Since anything involving Twitter these days makes news (for good or ill), much fanfare greeted last week’s report by Nielsen Online that 60 percent of new Twitterers abandoned the popular microblogging site after 30 days. The haters rejoiced, Twitter fans cried foul and the 140-character engine that could had another turbulent trip through popular discussion.
While the exponential growth of Twitter means an overall net gain, the report’s author David Martin noted a lack of retention represents a longterm challenge to the community: By plotting the minimum retention rates for different Internet audience sizes, it is clear that a retention rate of 40 percent will limit a site’s growth to about a 10 percent reach figure, he blogged. To be clear, a high retention rate doesn’t guarantee a massive audience, but it is a prerequisite. There simply aren’t enough new users to make up for defecting ones after a certain point.
And while some questioned the methodology, which Martin later tweaked and defended, common sense provides several possibilities for so-called Twitter quitters. Many who jumped aboard because of the media hype, expecting the best thing since sliced bread, may not have realized the amount of activity required for a fulfilling Twitter experience. Those adding due to the celebrity/glamour angle may have despaired upon learning that, even in Web 2.0, their favorite stars still don’t actually talk to them. (And Oprah virtually abandoning her tweeting likely left her fans unsure of what to do next.) Marketers who stampeded onto Twitter may have not realized that neither traditional hawking nor get-rich-quick schemes are all that welcome or trusted.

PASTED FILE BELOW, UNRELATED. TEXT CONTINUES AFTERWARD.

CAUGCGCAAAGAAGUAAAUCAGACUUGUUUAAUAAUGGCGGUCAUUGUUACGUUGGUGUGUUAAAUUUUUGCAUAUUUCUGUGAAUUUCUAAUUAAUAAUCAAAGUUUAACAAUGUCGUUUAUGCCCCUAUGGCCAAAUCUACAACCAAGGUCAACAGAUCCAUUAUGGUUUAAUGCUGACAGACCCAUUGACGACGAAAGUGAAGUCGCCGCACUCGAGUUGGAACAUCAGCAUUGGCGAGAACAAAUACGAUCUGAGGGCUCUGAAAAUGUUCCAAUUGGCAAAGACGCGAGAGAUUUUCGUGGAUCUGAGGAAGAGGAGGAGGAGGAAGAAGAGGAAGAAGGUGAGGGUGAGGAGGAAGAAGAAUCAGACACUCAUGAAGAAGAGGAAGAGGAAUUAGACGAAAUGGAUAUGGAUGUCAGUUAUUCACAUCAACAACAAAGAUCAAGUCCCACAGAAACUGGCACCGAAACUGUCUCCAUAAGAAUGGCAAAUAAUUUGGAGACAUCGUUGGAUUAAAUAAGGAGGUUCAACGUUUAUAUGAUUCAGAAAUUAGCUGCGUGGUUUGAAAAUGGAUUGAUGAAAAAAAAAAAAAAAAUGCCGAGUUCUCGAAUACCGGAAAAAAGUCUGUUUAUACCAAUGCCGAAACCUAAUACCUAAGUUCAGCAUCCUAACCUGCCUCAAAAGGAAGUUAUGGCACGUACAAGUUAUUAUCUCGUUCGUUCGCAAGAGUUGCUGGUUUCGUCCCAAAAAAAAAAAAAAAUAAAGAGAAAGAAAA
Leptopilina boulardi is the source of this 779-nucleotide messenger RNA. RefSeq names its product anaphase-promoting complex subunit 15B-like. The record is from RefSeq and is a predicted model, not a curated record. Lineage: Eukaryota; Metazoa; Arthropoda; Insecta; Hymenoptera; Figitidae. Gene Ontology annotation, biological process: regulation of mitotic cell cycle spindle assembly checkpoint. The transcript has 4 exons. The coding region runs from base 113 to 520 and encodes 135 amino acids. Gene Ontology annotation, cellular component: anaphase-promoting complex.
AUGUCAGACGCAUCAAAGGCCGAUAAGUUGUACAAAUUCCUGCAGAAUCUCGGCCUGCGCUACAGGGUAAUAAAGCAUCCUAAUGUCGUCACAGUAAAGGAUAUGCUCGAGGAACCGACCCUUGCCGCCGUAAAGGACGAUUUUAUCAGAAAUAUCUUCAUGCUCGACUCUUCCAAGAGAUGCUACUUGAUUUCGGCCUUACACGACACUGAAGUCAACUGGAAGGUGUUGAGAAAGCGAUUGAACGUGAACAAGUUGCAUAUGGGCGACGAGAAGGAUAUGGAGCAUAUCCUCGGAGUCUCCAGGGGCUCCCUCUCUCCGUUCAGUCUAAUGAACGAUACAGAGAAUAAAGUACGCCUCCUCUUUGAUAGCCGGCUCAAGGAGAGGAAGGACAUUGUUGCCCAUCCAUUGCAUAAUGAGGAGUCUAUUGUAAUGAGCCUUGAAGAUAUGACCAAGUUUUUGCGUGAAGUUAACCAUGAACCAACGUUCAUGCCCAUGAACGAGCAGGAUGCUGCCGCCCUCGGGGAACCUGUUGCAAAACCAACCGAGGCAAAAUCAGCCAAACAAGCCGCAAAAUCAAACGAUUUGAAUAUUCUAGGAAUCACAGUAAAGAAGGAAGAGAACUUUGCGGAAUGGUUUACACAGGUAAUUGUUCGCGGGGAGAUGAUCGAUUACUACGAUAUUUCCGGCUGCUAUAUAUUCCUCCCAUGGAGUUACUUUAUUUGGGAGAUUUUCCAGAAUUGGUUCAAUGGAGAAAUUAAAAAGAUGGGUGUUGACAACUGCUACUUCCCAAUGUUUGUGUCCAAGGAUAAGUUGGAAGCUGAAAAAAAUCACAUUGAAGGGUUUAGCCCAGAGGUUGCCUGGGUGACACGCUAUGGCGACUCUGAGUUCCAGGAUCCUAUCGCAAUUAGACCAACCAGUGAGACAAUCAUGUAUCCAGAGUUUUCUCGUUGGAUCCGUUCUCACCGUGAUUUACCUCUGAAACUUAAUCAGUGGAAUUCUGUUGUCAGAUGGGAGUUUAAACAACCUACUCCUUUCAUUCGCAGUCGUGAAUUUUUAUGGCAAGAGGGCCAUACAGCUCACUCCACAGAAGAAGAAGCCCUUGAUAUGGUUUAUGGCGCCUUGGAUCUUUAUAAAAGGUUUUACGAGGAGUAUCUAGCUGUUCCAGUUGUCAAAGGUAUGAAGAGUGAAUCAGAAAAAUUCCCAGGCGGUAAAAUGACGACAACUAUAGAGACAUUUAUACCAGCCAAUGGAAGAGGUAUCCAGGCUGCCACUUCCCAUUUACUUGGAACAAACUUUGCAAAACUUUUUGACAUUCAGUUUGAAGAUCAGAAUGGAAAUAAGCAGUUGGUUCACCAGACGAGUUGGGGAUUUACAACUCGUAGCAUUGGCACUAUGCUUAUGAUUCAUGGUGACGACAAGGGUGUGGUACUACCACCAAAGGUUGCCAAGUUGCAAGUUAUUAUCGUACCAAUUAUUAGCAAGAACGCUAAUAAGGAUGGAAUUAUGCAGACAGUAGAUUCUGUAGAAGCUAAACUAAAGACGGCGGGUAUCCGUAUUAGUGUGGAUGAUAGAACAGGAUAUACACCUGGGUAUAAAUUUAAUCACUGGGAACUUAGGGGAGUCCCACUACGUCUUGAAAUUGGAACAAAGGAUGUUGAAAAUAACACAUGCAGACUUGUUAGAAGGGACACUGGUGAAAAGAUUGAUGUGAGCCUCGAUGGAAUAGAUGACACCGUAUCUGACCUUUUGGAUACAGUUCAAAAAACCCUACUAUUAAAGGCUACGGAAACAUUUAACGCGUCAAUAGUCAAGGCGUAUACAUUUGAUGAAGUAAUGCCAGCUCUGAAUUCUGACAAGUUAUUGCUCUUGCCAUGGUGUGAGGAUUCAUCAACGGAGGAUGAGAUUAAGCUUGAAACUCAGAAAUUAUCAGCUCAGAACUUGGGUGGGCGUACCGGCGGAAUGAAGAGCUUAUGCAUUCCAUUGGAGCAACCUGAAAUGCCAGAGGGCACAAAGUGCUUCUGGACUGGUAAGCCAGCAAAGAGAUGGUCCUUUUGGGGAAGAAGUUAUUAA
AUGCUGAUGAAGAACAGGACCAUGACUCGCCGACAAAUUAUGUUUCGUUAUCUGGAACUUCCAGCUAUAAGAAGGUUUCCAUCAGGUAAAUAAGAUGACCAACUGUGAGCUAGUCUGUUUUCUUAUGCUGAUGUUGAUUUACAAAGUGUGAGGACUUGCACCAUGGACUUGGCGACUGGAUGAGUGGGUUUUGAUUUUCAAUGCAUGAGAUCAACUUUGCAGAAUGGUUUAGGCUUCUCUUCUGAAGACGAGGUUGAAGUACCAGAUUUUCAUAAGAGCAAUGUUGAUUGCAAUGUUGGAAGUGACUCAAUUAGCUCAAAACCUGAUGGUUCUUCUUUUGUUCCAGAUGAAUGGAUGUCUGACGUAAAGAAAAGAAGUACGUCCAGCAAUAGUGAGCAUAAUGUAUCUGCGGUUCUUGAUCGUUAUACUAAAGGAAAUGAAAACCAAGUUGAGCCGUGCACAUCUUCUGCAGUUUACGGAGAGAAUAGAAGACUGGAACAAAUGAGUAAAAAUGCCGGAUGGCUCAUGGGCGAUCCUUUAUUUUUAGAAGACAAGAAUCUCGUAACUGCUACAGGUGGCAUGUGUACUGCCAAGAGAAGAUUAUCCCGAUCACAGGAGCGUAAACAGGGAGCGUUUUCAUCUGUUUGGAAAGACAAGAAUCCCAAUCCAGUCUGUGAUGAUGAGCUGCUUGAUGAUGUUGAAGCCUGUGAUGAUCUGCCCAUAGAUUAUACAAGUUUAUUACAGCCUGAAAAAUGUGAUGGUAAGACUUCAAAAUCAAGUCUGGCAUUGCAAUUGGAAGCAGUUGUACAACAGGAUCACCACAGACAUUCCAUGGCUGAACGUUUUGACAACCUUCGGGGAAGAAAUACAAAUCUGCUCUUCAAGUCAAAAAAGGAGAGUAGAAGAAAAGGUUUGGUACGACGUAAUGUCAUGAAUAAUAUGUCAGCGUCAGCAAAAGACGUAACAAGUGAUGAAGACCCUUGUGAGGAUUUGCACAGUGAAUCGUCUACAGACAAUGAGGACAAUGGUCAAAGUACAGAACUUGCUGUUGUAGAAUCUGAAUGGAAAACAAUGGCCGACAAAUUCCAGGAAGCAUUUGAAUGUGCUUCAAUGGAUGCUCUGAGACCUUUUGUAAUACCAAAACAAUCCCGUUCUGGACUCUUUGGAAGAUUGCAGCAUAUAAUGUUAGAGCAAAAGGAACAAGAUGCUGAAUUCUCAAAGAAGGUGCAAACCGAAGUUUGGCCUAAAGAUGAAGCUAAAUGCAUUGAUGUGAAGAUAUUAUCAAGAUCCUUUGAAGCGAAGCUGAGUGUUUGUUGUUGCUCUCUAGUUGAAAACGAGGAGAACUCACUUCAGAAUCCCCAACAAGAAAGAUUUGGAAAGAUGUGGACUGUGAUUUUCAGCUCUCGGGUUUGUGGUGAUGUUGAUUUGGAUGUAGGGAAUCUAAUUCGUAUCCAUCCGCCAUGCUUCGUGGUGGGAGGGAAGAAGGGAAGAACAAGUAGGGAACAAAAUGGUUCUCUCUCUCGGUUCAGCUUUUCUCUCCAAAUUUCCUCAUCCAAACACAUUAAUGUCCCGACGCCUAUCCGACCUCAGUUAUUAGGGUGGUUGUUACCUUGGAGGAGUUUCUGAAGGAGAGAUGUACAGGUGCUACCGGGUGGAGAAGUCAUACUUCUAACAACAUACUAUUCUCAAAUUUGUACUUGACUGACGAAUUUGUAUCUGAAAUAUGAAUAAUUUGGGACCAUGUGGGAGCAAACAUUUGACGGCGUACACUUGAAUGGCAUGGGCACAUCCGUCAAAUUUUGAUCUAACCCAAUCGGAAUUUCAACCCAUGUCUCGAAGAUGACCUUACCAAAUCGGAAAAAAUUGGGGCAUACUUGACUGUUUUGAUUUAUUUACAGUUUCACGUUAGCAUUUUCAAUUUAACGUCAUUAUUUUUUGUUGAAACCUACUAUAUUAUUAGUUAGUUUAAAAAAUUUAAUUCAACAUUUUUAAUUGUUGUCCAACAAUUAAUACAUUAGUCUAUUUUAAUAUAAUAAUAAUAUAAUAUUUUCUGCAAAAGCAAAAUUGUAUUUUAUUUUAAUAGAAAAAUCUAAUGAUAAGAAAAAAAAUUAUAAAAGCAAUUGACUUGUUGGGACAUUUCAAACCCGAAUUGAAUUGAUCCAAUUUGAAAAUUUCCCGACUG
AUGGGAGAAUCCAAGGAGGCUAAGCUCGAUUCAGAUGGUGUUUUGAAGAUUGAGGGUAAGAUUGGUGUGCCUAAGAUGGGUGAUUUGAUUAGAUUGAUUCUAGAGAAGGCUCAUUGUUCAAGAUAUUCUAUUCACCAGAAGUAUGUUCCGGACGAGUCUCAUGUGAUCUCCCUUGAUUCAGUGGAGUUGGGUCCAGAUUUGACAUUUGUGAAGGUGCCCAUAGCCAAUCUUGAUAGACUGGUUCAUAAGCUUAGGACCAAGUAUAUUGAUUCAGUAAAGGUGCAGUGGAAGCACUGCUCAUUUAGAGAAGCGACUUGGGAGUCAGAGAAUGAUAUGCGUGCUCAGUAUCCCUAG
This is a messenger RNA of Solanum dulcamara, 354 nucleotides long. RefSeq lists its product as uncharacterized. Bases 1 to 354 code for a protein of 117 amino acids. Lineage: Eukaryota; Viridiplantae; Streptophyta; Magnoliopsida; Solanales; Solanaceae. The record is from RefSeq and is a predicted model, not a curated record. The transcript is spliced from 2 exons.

I also think about studies involving college students, which find those who make quality connections more likely to stay in school. What kept me on Twitter? Not hype, not novelty, not voyeurism but real people, connections and conversations. Those just don’t happen right away. As I’ve explored in Twitter 101 and Twitter 102: The Twitterduction, finding good tweeps takes time, effort and interaction. Facebook, by comparison, is much easier. We may interact in micro form but Twitter is, by no means, a place of easy instant gratification.
It’s sort of a shame that, in a world where every Twitter twist and turn makes news, the media didn’t look too far behind the headline for reasons. Maybe some journalists’ attention spans can’t get past 140 characters now.